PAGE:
Review of ‘The Blue Mile’ by Kim Kelly

The Blue Mile by Kim Kelly

This book stayed with me for a long time after I finished it. It is set in Sydney in the late 1920 and early 1930 – a time of high unemployment, deep depression, political unrest and the building of the Sydney Harbour Bridge.  Eoghan (pronounced Yow-un) O’Keenan is a young Irishman who loses his job in a boot making factory. He, literally, runs away from an abusive and threatening home, taking his lovable seven year old sister, Agnes, with him. He hopes to make a better life for them, but with little money and no job, they are forced to spend two nights sleeping in the Botanic Gardens before he finds a job working on the Bridge, high in the sky above the blue waters of Sydney Harbour, and a home in Balmain.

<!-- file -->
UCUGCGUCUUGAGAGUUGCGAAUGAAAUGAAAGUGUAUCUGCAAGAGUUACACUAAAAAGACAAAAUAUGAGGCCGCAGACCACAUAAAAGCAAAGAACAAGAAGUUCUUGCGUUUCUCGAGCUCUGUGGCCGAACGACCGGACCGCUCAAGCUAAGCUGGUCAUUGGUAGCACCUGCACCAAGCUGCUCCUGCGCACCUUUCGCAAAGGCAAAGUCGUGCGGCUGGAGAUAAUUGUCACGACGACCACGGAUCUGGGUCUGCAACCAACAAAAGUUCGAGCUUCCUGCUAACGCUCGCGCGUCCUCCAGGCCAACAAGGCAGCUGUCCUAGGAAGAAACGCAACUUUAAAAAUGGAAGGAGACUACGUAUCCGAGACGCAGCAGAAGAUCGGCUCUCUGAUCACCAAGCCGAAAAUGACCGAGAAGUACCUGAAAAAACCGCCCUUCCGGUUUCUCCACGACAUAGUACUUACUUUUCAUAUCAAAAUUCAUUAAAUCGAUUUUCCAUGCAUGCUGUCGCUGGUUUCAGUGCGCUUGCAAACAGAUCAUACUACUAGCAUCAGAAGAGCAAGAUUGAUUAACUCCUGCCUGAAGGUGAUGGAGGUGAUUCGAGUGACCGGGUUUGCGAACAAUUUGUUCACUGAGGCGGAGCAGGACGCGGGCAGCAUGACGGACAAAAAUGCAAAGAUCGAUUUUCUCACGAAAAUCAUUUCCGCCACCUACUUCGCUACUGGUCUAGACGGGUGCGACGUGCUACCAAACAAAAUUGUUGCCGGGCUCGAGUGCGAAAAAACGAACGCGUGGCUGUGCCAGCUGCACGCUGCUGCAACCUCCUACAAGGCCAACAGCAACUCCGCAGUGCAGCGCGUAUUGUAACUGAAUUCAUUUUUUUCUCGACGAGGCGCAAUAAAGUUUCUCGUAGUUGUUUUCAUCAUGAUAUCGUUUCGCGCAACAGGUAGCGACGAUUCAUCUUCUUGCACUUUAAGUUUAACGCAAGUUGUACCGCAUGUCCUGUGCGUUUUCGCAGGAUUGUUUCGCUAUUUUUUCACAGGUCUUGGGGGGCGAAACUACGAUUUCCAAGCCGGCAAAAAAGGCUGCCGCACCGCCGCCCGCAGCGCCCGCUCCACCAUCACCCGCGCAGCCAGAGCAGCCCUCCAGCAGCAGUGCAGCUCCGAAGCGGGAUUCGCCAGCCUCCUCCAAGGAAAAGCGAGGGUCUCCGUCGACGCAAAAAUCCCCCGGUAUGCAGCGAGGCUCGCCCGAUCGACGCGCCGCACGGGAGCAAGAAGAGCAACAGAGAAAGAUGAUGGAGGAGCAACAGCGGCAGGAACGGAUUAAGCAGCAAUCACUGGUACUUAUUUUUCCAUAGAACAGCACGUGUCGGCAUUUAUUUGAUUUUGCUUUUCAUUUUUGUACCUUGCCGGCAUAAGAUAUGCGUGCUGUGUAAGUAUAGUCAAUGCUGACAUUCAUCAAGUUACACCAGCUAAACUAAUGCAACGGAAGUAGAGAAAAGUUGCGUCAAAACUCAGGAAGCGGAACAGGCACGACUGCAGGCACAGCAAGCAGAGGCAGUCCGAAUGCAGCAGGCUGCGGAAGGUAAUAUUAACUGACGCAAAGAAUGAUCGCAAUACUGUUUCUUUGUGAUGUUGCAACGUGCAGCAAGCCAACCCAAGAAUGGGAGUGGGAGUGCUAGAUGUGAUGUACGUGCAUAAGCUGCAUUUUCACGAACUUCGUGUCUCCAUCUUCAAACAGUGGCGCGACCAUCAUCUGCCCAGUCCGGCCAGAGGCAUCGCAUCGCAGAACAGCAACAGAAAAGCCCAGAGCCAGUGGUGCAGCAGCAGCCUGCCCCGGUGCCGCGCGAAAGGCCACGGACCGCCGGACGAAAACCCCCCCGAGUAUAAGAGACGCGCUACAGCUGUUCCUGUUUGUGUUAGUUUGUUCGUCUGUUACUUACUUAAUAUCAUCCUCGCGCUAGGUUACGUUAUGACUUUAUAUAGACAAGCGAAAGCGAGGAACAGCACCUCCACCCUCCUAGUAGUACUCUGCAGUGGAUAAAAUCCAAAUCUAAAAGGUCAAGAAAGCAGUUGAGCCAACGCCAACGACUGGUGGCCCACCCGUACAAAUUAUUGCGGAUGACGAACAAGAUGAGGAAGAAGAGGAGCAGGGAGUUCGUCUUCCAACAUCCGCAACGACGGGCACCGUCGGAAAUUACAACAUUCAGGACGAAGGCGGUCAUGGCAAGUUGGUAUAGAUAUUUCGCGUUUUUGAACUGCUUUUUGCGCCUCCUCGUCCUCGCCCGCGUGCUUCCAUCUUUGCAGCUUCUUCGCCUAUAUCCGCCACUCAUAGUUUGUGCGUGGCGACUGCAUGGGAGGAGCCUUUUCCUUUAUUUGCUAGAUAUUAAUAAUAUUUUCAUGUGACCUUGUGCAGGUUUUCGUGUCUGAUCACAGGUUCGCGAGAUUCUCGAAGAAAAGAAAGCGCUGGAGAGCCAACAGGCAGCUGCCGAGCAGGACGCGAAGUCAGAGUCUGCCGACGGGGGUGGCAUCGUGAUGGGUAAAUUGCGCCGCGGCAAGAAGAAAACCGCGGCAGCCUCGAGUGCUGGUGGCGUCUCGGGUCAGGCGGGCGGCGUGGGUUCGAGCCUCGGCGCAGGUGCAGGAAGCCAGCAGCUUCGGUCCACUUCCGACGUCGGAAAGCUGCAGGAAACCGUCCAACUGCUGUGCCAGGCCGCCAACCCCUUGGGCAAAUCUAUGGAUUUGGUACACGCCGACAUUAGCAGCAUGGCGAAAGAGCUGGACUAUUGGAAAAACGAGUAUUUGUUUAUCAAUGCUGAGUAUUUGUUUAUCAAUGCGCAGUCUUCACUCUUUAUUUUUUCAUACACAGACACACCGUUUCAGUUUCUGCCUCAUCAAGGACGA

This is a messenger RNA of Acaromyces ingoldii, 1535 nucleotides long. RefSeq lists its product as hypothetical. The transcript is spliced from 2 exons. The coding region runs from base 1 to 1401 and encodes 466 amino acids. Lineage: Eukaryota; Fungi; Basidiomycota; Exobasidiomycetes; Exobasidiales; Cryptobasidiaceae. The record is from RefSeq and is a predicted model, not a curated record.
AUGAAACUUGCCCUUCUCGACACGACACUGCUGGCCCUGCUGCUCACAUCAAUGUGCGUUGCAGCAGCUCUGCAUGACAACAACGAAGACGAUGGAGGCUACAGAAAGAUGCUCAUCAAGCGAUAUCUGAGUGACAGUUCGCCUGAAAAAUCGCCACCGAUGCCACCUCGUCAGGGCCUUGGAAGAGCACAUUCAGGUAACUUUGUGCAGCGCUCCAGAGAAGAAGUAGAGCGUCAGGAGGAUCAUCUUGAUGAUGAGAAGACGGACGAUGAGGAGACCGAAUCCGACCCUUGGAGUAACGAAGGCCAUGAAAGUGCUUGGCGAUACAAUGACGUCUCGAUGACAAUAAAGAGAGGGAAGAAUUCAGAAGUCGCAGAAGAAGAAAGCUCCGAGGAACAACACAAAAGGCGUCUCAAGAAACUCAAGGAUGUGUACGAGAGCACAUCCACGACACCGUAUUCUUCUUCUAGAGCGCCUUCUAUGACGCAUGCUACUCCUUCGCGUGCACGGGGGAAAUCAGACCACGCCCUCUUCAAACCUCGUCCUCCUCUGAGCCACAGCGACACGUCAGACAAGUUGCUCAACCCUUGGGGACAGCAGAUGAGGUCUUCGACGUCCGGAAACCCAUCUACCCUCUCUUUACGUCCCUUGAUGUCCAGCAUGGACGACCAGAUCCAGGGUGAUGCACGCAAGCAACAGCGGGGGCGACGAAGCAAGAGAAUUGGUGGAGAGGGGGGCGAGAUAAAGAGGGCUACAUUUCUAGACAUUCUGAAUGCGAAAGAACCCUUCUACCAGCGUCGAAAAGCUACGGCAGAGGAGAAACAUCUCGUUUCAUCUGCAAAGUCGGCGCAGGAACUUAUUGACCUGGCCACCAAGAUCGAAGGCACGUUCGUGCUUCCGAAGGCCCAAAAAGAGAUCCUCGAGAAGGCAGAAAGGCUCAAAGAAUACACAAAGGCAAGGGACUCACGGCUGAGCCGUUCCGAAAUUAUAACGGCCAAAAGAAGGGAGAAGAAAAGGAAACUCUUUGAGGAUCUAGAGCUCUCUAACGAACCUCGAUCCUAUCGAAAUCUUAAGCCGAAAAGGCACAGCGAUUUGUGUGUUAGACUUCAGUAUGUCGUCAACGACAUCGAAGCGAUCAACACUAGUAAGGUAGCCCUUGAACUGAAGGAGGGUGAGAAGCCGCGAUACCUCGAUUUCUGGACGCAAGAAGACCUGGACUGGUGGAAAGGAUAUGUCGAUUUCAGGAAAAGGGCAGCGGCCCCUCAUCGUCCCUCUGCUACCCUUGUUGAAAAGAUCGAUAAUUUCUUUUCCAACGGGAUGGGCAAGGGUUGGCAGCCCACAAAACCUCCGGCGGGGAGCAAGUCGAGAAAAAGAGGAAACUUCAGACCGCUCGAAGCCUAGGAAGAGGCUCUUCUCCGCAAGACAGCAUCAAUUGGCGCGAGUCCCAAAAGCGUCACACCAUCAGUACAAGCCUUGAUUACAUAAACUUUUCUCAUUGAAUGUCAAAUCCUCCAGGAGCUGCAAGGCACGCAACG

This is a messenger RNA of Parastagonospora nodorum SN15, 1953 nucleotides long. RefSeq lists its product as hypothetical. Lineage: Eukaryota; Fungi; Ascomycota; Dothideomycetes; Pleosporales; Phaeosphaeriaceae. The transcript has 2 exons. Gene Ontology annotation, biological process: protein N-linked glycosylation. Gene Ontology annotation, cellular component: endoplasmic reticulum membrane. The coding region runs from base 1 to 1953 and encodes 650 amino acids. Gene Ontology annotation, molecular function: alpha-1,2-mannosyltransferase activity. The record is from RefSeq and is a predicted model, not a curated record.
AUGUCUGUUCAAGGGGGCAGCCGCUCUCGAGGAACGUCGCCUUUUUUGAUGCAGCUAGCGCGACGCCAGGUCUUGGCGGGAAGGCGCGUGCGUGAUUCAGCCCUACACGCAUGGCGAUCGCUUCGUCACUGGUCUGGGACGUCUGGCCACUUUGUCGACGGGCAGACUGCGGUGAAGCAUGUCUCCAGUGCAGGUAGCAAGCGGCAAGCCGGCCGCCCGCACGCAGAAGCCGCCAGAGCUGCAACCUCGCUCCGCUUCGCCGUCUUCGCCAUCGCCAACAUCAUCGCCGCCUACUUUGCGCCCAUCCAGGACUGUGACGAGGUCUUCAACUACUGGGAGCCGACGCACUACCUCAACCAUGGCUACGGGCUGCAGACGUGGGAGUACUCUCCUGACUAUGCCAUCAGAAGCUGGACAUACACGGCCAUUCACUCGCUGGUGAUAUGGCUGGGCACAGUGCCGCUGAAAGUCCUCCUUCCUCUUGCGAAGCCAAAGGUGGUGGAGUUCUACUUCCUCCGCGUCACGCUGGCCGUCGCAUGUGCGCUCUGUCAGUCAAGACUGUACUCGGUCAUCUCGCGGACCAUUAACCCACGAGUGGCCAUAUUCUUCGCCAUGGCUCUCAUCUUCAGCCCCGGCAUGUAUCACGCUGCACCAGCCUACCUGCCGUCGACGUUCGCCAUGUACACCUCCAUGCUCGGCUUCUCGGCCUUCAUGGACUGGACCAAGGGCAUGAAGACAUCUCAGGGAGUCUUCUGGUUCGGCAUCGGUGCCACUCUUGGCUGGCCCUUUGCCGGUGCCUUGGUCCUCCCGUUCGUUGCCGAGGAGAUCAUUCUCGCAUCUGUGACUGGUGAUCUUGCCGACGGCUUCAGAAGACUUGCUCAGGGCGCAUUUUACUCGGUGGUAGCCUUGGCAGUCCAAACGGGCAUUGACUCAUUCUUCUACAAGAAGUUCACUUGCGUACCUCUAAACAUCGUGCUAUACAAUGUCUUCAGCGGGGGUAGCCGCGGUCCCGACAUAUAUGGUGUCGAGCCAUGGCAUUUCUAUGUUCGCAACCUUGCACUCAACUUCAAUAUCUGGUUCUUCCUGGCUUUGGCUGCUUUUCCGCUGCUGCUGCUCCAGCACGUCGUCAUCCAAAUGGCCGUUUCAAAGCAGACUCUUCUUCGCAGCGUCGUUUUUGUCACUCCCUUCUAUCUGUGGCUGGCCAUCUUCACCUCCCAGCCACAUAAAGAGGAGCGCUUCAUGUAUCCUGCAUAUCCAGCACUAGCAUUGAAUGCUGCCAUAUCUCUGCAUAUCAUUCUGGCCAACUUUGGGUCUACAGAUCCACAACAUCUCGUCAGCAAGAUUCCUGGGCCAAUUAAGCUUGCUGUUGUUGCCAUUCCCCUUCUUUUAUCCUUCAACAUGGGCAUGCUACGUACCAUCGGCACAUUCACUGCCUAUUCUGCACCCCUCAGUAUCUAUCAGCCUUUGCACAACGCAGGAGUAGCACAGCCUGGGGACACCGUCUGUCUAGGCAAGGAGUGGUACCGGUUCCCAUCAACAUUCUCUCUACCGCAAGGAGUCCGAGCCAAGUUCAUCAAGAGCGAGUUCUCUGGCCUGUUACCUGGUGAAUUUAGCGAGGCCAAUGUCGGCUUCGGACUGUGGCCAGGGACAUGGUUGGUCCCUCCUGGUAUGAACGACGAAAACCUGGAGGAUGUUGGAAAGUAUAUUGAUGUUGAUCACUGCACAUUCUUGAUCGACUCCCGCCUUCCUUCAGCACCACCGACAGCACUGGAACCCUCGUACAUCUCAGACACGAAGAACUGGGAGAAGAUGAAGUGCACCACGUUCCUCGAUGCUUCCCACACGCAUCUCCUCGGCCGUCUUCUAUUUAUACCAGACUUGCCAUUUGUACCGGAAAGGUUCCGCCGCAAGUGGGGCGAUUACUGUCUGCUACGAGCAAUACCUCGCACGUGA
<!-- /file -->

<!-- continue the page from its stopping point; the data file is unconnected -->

A chance meeting brings them into contact with Olivia Greene, a talented young woman who works with her mother in her small costumier salon in the Strand Arcade in Sydney. Olivia dreams of becoming a famous couturier, the next Coco Chanel, and works hard to achieve her dreams. With a totally different background to Eoghan and Agnes, and a secure home in Lavender Bay, they are miles apart in every way.

But this is the tale of an improbable love story, a city in turmoil, and a truly magnificent engineering enterprise that has Sydney obsessed. But more than the blue mile of the Harbour lies between the dreams of Eoghan, Aggie, and Olivia.

The one fault I found with this book was that the inner musings of Olivia were a jumble of distracting prattling. Had it not been for that I would have given this five stars, so I make it 4.5 stars.



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